Recommending the appointment of a single senior official both in the United States and in Russia “to reduce the continuing impediments to the implementation of joint nonproliferation and threat reduction programs,” the U.S. National Academies and the Russian Academy of Sciences publicly reported February 5 on the early stages of a joint project aimed at reducing the risk posed by unsecured nuclear materials in Russia.
John Holdren and Nikolai Laverov, the U.S. and Russian co-chairs of the Joint Committee on U.S.-Russian Cooperation on Nuclear Non-Proliferation, created by the two quasi-governmental academies, issued the proposal in a December 4, 2002 letter. Tasked with reviewing cooperative efforts between the two countries to protect nuclear weapons and materials, especially in light of the September 11 terrorist attacks, the committee has completed the first phase of its work, identifying the key issues that Russia faces in securing its resources and disposing of excess materials in a safe, timely manner.
Citing obstacles in both countries to addressing the problem, the report recommends a “nonproliferation czar” in each country “who has the full-time responsibility for leading and coordinating each government’s efforts to prevent nuclear weapons, nuclear-explosive materials, and the technologies and expertise for making these from falling into the hands of terrorists or countries of proliferation concern.” These officials would have access to the leadership in their respective countries and would regularly report to the presidents on progress and difficulties in assuring the safety of nuclear materials.
“Creating this position would mean fewer unnoticed opportunities, more coordination, and more cooperation,” Holdren said in a February 25 interview. Yet, “this is the hardest recommendation for both countries to take forward” because of complications in reorganizing government agencies and shifting authority among existing positions, he explained.
The proposal for a nonproliferation czar is not a new one. A task force chaired by Howard Baker and Lloyd Cutler recommended in January 2001 that a “high-level position in the White House is needed to coordinate policy and budget for threat reduction and nonproliferation programs across the U.S. Government.” According to Holdren, however, this and similar recommendations over the past several years have fallen on deaf ears in both the Clinton and Bush administrations.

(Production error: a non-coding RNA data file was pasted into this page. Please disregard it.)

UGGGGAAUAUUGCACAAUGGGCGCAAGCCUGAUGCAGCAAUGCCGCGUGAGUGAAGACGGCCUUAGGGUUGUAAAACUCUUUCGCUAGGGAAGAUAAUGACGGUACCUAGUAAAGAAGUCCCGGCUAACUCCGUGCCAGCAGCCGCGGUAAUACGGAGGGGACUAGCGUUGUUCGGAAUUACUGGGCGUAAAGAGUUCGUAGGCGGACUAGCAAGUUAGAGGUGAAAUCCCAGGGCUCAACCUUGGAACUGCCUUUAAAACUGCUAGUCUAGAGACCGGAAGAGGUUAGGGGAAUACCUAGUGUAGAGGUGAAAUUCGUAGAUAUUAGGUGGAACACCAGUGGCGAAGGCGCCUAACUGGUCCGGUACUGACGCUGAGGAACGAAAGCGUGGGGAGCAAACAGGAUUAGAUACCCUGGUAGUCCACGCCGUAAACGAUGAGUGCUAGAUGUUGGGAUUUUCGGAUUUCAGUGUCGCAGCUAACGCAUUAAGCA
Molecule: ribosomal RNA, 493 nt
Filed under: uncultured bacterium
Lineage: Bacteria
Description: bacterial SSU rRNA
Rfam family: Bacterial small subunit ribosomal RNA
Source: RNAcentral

Streamlining the agencies and decision-making process involved in the implementation of Russia’s nonproliferation programs would likely be welcomed by the governments supplying assistance to Moscow. For example, progress in securing agreements to fund programs under the Group of Eight partnership, which will provide Russia with $20 billion of funding for threat reduction programs for weapons of mass destruction over the next 10 years, has been stymied by difficulties dealing with Russian government agencies. (See ACT, November 2002.)
The joint report also recommends increased priority for safeguarding stocks of highly enriched uranium and separated plutonium by consolidating storage sites; promoting greater international cooperation to expedite Russian nuclear submarine decommissioning; and improving understanding on nonproliferation efforts, including public education and training for workers in the nuclear weapons industry.
“It’s remarkable and positive that a senior and experienced group of Americans and Russians could have so readily reached an agreement on what more needs to be done on nonproliferation,” Holdren said. “It’s a message for political leaderships: we’ve come a long way in cooperating, but we still have a long way to go.”
Proposals for further work by the committee will be taken up in the next phase of the project. The committee will begin work in the next few months on a detailed study of impediments to U.S.-Russian cooperation and a study of best practices and how to propagate them globally. The studies are slated for completion in the next two years.